In the first stage of the burden-shifting framework, the plaintiff has the burden to show a prima facie case of discrimination – i.e. (1) that he or she is a member of a protected class; (2) he or she performed his or her job at an acceptable level; and (3) he or she was terminated. In the second stage, the employer can rebut the presumption created by the prima facie case by articulating a legitimate, nondiscriminatory reason for its employment decision. In the third stage, which was the focus of the court’s decision in Bulwer, the burden of production shifts back to the plaintiff employee, requiring the employee to provide evidence that the employer’s articulated justification for the termination is not true but a pretext (i.e. a false reason).

Court’s Holding

In Bulwer, the defendants made the legal argument that at the third stage of the burden-shifting framework, the plaintiff was required to present evidence that the hospital’s reason for his termination constituted a pretext concealing a discriminatory purpose. (Put otherwise, the defendants asserted that the plaintiff must put forth some evidence of “invidious intent”). In the key holding of the case, the SJC determined that this formulation “overstates the plaintiff’s burden at the summary judgment stage.” Resolving some ambiguity in earlier decisions, the court held that in order to overcome a summary judgment motion, a plaintiff need not present evidence that the stated reason for his or her termination was given to cover a discriminatory animus. Rather, the court held, the plaintiff need only show that the employer’s stated reason was false – i.e. “the defendant’s facially proper reasons given for its action were not the real reasons for that action.”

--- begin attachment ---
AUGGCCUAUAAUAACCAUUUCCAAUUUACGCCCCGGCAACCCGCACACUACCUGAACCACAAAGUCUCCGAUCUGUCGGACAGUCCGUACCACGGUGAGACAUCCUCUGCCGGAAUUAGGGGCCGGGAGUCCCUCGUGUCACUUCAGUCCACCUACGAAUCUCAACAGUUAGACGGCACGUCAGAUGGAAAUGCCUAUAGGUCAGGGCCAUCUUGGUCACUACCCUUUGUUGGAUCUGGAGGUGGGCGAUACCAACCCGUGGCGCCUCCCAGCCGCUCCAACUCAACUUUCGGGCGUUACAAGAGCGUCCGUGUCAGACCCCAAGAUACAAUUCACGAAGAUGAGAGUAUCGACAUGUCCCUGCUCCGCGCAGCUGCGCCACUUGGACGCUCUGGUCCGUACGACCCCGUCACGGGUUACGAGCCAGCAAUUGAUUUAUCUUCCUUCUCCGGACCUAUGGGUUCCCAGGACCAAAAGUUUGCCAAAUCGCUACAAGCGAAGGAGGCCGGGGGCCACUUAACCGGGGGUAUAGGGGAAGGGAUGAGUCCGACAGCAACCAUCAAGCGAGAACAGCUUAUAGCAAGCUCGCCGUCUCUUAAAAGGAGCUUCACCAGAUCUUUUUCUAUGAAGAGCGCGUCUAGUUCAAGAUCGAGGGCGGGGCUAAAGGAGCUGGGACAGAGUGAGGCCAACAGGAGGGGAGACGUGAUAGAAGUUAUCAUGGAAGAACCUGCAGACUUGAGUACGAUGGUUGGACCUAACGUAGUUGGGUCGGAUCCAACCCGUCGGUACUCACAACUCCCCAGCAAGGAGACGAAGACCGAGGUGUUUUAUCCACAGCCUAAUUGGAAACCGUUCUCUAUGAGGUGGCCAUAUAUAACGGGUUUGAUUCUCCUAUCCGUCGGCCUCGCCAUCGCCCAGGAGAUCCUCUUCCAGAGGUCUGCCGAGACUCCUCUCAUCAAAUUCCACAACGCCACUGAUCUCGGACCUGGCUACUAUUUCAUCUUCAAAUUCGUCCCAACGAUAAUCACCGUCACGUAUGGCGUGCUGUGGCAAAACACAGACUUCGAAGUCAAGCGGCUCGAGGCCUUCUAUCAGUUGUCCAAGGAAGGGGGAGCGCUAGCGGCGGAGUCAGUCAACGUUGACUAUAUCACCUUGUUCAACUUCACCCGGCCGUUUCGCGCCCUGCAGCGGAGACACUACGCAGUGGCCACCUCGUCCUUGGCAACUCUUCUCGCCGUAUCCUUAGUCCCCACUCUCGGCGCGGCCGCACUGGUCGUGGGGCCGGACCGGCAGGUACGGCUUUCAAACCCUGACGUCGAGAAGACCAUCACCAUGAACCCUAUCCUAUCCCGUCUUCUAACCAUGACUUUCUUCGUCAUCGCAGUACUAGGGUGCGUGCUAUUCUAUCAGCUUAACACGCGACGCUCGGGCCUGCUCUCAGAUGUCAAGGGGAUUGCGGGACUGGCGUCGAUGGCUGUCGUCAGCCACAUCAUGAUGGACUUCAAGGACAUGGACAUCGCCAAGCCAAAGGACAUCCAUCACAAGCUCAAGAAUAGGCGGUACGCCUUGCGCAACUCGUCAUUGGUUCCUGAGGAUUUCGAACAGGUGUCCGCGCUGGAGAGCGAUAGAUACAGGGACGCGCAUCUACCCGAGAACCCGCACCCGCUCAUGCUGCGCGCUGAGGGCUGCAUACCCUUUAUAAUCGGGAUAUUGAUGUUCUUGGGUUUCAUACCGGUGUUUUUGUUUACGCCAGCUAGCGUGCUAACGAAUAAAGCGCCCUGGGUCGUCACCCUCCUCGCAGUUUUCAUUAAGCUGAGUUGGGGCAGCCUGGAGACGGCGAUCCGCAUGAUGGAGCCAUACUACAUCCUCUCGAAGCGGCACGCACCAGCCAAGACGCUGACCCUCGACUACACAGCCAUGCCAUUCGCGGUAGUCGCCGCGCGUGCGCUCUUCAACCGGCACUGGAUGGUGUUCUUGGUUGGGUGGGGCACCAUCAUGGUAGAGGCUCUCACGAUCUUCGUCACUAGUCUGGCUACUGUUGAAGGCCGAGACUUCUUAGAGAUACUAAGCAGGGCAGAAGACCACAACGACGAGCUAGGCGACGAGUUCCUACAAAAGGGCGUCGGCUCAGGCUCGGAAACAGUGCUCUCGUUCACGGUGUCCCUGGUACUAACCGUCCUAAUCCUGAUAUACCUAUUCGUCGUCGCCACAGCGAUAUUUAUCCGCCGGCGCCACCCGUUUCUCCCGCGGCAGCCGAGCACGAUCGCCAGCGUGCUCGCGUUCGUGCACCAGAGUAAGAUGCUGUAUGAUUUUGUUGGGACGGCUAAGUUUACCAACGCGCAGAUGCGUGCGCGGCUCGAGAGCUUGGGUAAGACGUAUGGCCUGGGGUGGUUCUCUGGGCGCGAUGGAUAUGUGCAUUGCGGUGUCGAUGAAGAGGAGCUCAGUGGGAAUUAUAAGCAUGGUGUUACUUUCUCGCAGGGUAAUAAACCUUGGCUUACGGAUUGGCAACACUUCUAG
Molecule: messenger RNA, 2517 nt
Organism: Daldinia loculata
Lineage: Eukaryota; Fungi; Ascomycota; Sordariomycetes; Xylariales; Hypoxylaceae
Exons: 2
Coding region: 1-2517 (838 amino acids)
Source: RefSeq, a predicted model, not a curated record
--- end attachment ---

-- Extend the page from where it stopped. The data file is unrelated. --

Applying this standard, the SJC in Bulwer focused on inconsistencies in the plaintiff’s performance reviews, the hospital’s failure to follow its own policies, and evidence that the plaintiff was treated differently from similarly situated employees who were not black. Based on this evidence, the court determined that the plaintiff had met his summary judgment burden that the hospital’s stated reason for his termination was false, and remanded the case for trial.


From a practical standpoint, if the plaintiff in an employment discrimination case can produce sufficient evidence of pretext at the summary judgment stage, the case will proceed to trial. At trial, if the fact finder is persuaded that one or more of the employer’s stated reasons for the adverse employment action is false, it may (but need not) infer that the employer is covering up a discriminatory intent, motive or state of mind, and thus find that the plaintiff has been the subject of illegal discrimination.

Because the court’s ruling in Bulwer affirms a lighter evidentiary burden for the plaintiff on summary judgment, the decision would appear to make it easier for aggrieved employees, who may lack direct evidence of discrimination, to get their claims to a jury. For employers, the lightened load for plaintiffs may open the door to more claims and lead to more protracted litigation.


Posts by Mike
2017-01-13T17:39:45+00:00 March 29th, 2016|Categories: Discrimination & Harassment, Human Resources Compliance, Michael J. Rossi|0 Comments